Ultimate has defined my experience in Texas.

I moved here as a field hockey player, but within six months I was a convert to the Frisbee-based sport.  As a graduate student, I was hungry for a new team; for competition; for the good, hard sweat that comes with a grueling practice.  Much to my shock and awe, I missed the structure, the challenge, and the expectations of being a competitive athlete.  As an undergrad I mildly resented the commitment, but maybe all I needed was the chance to miss it.

So I stumbled across the women’s Ultimate team at UT Austin – Melee.  And since then, this sport has been at the center of my life.  It’s defined my vacations, my social life, my romantic life, my weekend plans and my physical activity.  It’s become who I am.

Unlike in typical sports, Ultimate teams generally opt for unique names.  Rather than being “The Tornadoes,” “The Tigers,” or “The Matadors,” Ultimate teams go for names like “Furious George,” “Riot,” and “Slow White.”   Which explains my first Ultimate team’s moniker. 

A melee can be defined as a fracas, a clash, a fray.  A scrum, if you will.  A mess, a shitstorm, a brawl.  Conflict.

And the irony is that, in some ways, this has also defined my experience in Texas.  I’ve gone through periods of calm and peace, but for the most part I’ve learned that being a grown-up is often fraught with difficult decisions.  With messiness.  With complications and change.  With tremendous inner struggle.

Now, maybe it’s just me.  But in observing my friends and family, I’m inclined to think that being an adult is simply…difficult.  Unless you hide yourself away in the wilderness to live by your wits outside of civilization, you’re bound to face some internal and external melees.  And wouldn’t it be sad not to have choices?  They can feel so paralyzing, so desperately painful.  But at the end of the day, I’ll hold on to my free will, thank you very much.  I’d rather have too many options than not enough.  I’d rather have to navigate thorny relationships than not connect with other people in meaningful ways.  I’d prefer to make a decision and wonder if it was the right one than to not have a choice at all.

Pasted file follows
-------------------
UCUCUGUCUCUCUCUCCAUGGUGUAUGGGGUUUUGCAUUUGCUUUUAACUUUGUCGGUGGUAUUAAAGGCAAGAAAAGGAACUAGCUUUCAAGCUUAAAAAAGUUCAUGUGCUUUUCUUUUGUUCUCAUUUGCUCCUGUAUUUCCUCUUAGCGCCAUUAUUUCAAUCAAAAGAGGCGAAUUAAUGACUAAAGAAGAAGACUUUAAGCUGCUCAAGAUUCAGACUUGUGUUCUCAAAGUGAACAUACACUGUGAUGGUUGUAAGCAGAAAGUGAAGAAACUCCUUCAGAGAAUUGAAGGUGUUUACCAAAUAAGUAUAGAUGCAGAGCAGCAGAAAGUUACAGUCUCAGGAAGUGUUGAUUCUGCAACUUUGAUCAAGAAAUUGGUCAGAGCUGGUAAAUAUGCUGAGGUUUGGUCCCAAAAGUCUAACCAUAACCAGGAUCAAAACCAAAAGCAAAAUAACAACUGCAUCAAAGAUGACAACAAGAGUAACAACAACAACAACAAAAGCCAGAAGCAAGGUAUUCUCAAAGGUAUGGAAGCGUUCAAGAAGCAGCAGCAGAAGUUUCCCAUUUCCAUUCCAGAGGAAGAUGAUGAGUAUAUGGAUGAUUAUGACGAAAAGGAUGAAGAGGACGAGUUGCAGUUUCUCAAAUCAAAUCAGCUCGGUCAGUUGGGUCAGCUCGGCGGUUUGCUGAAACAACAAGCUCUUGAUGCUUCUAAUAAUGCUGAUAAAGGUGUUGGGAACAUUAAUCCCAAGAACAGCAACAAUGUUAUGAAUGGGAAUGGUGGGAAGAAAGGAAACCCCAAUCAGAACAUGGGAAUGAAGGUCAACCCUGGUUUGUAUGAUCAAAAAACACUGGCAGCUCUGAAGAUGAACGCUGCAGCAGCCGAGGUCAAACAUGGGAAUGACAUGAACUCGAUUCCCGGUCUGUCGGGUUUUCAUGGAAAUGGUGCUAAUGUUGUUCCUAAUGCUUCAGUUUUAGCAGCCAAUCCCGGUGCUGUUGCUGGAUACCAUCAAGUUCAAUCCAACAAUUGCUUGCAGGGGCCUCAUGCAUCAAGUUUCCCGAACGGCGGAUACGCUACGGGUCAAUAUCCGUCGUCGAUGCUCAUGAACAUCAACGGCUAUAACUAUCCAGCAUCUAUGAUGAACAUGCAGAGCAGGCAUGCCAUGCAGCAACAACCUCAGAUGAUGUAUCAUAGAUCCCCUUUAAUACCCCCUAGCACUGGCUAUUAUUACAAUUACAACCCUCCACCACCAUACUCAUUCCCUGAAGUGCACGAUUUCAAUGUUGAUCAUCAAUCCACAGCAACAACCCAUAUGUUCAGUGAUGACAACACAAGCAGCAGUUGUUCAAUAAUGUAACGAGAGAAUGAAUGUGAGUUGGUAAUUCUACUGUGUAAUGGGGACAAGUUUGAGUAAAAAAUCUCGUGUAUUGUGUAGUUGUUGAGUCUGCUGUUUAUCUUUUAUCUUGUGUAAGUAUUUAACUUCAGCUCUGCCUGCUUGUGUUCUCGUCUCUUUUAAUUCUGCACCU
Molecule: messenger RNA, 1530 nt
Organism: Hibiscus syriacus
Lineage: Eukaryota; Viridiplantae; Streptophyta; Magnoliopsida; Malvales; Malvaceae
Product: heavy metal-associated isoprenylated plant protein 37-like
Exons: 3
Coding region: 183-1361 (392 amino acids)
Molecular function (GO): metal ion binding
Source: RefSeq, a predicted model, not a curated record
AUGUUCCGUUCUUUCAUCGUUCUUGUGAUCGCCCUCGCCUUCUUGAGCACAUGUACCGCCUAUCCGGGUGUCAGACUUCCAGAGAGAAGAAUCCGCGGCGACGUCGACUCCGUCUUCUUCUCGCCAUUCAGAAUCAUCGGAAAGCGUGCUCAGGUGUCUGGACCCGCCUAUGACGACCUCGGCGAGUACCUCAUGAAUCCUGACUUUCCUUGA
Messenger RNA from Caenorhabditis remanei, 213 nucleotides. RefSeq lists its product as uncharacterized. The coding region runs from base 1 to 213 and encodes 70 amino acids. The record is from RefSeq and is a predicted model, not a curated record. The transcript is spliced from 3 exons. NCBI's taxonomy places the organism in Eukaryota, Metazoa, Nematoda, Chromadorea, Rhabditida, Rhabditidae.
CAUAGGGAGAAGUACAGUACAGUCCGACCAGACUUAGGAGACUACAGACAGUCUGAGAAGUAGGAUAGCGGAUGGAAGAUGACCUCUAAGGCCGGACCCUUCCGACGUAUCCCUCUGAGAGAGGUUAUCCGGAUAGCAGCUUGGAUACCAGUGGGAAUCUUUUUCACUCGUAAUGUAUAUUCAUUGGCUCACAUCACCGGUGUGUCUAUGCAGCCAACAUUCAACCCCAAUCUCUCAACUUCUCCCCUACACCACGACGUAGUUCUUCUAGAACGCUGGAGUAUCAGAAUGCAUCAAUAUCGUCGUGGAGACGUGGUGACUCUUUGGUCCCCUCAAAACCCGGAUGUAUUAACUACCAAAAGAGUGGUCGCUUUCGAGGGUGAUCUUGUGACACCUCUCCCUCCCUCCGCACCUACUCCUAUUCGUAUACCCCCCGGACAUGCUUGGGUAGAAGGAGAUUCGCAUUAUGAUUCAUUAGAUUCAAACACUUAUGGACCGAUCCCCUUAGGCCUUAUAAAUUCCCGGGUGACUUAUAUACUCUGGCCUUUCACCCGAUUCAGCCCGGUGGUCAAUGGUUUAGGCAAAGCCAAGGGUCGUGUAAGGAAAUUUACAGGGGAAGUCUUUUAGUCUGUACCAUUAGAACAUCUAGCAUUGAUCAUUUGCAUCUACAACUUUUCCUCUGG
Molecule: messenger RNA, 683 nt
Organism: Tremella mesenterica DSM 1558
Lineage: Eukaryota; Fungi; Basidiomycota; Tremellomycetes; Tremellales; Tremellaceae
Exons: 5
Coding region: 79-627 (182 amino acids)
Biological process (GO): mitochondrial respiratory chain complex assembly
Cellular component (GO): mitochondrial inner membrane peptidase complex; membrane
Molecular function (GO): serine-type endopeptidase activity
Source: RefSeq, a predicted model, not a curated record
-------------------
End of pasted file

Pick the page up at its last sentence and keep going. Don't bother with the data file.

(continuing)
There was a time when I wanted to run away from these conflicts, and I even thought that I could avoid the ones inside my head and my heart.  I thought that leaving Austin entirely would calm things down.  I imagined myself out in the boondocks (or at least the suburbs), living a quiet and peaceful life with the birds and the wild bears.  But I’m an intensely social person, and it wasn’t long before I realized how much I truly love where I am.  How much I appreciate my choices, and even the emotional clashes that I have to face in order to be a citizen of the world. 

So I say, bring on the melee.

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